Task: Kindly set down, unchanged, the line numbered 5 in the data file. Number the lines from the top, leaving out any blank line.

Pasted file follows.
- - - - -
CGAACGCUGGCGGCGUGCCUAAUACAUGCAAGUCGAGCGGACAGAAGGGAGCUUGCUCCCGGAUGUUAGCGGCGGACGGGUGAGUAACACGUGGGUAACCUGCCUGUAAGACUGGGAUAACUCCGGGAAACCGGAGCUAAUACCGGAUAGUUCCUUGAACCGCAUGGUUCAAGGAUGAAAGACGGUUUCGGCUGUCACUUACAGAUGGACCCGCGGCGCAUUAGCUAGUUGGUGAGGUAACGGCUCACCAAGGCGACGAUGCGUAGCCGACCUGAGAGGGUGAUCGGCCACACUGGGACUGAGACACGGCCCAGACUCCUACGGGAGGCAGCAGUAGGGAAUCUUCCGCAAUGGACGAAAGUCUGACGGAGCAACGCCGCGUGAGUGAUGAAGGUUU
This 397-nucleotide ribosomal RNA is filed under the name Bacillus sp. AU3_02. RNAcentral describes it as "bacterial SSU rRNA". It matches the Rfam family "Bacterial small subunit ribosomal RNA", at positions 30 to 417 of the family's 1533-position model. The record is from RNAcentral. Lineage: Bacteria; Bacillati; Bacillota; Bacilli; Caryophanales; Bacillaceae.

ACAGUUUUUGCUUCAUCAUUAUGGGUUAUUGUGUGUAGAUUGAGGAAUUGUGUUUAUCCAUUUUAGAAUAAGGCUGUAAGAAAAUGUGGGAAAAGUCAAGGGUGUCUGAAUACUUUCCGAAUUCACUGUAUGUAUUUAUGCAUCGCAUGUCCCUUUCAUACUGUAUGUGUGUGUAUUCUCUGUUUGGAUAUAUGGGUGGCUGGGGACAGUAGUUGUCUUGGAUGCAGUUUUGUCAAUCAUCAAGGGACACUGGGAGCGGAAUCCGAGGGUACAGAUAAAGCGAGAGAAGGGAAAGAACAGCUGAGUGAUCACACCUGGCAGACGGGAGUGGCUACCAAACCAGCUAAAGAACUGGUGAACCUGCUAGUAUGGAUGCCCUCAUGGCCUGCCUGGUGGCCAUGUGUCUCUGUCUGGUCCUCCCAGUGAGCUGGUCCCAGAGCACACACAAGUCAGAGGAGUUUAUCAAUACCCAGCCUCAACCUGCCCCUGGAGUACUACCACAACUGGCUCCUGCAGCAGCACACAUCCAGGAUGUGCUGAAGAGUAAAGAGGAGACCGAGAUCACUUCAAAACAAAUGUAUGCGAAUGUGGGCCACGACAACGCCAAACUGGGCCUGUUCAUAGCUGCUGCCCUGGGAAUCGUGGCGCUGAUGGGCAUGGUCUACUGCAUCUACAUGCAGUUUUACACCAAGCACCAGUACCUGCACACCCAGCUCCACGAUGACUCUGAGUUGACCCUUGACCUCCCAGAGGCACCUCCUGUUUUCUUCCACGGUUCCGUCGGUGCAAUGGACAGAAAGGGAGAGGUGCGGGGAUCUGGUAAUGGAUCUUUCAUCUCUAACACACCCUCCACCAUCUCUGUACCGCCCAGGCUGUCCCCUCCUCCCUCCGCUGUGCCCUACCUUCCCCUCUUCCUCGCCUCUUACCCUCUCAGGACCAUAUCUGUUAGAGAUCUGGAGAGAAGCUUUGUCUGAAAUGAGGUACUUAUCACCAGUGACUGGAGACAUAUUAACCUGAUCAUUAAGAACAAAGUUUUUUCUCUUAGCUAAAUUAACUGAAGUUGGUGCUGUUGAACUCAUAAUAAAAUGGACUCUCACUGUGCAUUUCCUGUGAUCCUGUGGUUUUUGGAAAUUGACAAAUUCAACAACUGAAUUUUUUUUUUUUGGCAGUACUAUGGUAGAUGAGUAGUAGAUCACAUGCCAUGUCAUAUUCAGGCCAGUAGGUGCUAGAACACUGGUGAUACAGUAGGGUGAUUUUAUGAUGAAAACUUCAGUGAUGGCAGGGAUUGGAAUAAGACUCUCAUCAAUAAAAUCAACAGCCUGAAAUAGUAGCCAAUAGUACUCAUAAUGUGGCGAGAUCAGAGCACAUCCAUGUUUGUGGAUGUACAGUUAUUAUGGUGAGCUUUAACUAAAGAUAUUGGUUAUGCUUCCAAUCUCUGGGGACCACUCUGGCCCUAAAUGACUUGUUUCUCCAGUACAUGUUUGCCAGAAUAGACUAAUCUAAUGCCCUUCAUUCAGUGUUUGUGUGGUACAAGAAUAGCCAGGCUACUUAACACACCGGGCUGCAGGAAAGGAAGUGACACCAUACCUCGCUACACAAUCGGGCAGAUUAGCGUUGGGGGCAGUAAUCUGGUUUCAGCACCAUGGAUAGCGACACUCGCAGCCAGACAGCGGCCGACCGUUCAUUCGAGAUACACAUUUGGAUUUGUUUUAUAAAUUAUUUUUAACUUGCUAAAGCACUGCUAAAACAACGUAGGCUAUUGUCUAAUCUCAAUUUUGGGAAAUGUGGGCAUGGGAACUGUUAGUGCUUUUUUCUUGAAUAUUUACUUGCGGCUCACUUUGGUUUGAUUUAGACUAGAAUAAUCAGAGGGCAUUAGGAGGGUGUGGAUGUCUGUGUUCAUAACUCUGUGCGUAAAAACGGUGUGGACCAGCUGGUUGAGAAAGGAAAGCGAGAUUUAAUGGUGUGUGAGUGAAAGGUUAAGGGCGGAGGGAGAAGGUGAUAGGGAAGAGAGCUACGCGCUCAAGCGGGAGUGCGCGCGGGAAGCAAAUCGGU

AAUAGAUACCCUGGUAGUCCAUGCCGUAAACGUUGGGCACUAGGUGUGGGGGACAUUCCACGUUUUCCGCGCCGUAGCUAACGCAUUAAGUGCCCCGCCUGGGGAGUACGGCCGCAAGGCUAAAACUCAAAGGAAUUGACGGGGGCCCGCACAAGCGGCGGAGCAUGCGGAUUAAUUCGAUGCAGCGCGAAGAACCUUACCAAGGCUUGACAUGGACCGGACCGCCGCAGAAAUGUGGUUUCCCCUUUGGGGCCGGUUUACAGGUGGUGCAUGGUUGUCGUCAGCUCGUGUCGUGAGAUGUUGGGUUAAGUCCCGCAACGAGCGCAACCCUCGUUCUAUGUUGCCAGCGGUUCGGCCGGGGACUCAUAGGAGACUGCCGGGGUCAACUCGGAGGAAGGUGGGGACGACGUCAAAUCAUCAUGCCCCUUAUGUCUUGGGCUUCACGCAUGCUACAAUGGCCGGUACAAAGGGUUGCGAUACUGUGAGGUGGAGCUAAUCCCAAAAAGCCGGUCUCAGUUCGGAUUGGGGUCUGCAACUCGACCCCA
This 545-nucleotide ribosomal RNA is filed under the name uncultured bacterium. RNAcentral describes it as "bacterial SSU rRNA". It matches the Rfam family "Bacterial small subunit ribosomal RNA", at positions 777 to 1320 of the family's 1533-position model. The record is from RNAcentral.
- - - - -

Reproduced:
This 545-nucleotide ribosomal RNA is filed under the name uncultured bacterium. RNAcentral describes it as "bacterial SSU rRNA". It matches the Rfam family "Bacterial small subunit ribosomal RNA", at positions 777 to 1320 of the family's 1533-position model. The record is from RNAcentral.